3. Unfortunately, young women making up stories to get attention isn't anything new. A girl that I went to school with alleged for weeks that she was being stalked by a certain guy, and then she went missing. For several days. Hundreds of people were searching for her. Turns out she kidnapped herself. Yeah. Obviously there are psychological issues at play in these situations. Sadly, it only hurts women who are real victims of sexual assault and other crimes.
  4. Absolutely heartbreaking. :crying:
  5. Sounds good to me. I, too, would be happy to contribute to a "tip jar".
  6. Never heard that term. And I think it's stupid. LOL
  7. I think that depends on how old you are. I was in sixth grade in 1975-1976, and yes, we read all of those fourth and fifth grade. Actually, we read "The Jumping Frog..." in third.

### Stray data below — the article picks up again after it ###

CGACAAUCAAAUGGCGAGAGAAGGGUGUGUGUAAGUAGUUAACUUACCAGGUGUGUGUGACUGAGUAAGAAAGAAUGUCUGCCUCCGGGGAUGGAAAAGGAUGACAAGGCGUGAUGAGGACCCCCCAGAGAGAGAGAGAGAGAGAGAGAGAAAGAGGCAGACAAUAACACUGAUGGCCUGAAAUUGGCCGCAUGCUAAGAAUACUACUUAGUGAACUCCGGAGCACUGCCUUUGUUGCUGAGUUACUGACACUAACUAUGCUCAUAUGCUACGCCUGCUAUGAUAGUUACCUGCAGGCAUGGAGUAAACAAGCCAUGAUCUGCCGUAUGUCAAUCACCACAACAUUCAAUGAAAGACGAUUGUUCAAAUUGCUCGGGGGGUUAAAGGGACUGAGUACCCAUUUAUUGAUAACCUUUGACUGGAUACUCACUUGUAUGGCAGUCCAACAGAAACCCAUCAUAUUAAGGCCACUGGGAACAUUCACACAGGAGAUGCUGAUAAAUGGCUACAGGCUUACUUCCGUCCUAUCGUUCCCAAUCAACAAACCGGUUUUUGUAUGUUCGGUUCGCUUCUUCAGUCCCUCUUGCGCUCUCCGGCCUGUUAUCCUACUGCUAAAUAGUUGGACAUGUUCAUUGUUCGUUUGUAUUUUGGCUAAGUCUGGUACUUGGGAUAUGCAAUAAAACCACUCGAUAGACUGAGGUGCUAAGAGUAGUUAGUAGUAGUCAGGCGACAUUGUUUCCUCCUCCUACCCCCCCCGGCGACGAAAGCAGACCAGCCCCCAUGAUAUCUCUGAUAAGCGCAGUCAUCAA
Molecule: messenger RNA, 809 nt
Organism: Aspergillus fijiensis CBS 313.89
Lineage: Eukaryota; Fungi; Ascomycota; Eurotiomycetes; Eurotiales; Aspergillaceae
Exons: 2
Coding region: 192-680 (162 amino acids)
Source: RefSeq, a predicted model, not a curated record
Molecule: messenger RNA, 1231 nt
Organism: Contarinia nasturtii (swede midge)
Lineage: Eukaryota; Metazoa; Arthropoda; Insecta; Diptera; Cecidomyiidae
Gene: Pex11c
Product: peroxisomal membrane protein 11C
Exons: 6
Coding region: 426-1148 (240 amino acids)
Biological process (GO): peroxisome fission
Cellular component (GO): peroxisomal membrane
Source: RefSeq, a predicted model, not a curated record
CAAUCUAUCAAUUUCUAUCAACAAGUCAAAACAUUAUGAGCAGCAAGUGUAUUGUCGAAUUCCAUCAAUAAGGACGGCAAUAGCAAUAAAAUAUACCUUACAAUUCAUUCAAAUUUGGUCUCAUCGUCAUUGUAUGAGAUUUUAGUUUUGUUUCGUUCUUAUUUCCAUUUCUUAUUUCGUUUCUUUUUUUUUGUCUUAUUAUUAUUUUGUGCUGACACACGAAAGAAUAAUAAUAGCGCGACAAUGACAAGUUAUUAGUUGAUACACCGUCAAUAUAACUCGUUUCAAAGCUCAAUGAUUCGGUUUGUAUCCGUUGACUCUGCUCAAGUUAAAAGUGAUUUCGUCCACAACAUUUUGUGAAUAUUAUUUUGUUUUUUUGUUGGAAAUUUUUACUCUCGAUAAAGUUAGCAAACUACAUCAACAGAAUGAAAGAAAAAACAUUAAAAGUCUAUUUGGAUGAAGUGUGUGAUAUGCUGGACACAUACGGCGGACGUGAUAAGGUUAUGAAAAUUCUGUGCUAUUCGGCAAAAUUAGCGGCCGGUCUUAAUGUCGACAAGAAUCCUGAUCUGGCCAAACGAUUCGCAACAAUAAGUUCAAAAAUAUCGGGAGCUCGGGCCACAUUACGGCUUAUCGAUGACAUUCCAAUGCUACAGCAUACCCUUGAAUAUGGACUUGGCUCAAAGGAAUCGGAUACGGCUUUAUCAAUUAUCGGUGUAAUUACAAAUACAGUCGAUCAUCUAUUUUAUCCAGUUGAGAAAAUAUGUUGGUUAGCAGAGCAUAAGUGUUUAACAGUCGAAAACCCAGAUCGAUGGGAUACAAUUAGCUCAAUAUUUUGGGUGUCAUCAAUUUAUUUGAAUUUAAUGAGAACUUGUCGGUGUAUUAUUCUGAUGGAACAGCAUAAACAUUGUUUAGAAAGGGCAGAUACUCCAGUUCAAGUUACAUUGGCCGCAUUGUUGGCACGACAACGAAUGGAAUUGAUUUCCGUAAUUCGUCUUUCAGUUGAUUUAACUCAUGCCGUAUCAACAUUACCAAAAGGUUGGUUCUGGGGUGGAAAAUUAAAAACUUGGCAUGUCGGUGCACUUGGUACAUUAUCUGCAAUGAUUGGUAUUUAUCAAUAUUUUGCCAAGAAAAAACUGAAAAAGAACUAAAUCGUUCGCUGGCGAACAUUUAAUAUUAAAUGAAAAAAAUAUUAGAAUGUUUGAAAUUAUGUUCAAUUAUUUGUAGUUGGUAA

8. I don't have any words for you other than I'm sorry and you're in my prayers. I wish it could be so much more. :grouphug:
  9. Never, ever, ever. Not for one second. It has been a wonderful experience, and I have enjoyed it so much more than I can express. This is my 20th year, and I still look forward to each and every day. It is such a privilege and a blessing. My grown up kids have expressed how thankful and happy they are that my dh and I chose homeschooling at a time when you were definitely a weirdo if you did it. They both plan on homeschooling their own children someday. My youngest and I are having a blast together, and it's honestly been such a joy to teach him and learn with him. His friends all wish they were homeschooled, and on days when PS isn't in session...they all come down to my house and "do school". Those days are REALLY fun, and they're always amazed at what my son studies and learns and how fun it is. Seriously...THE best decision of my life.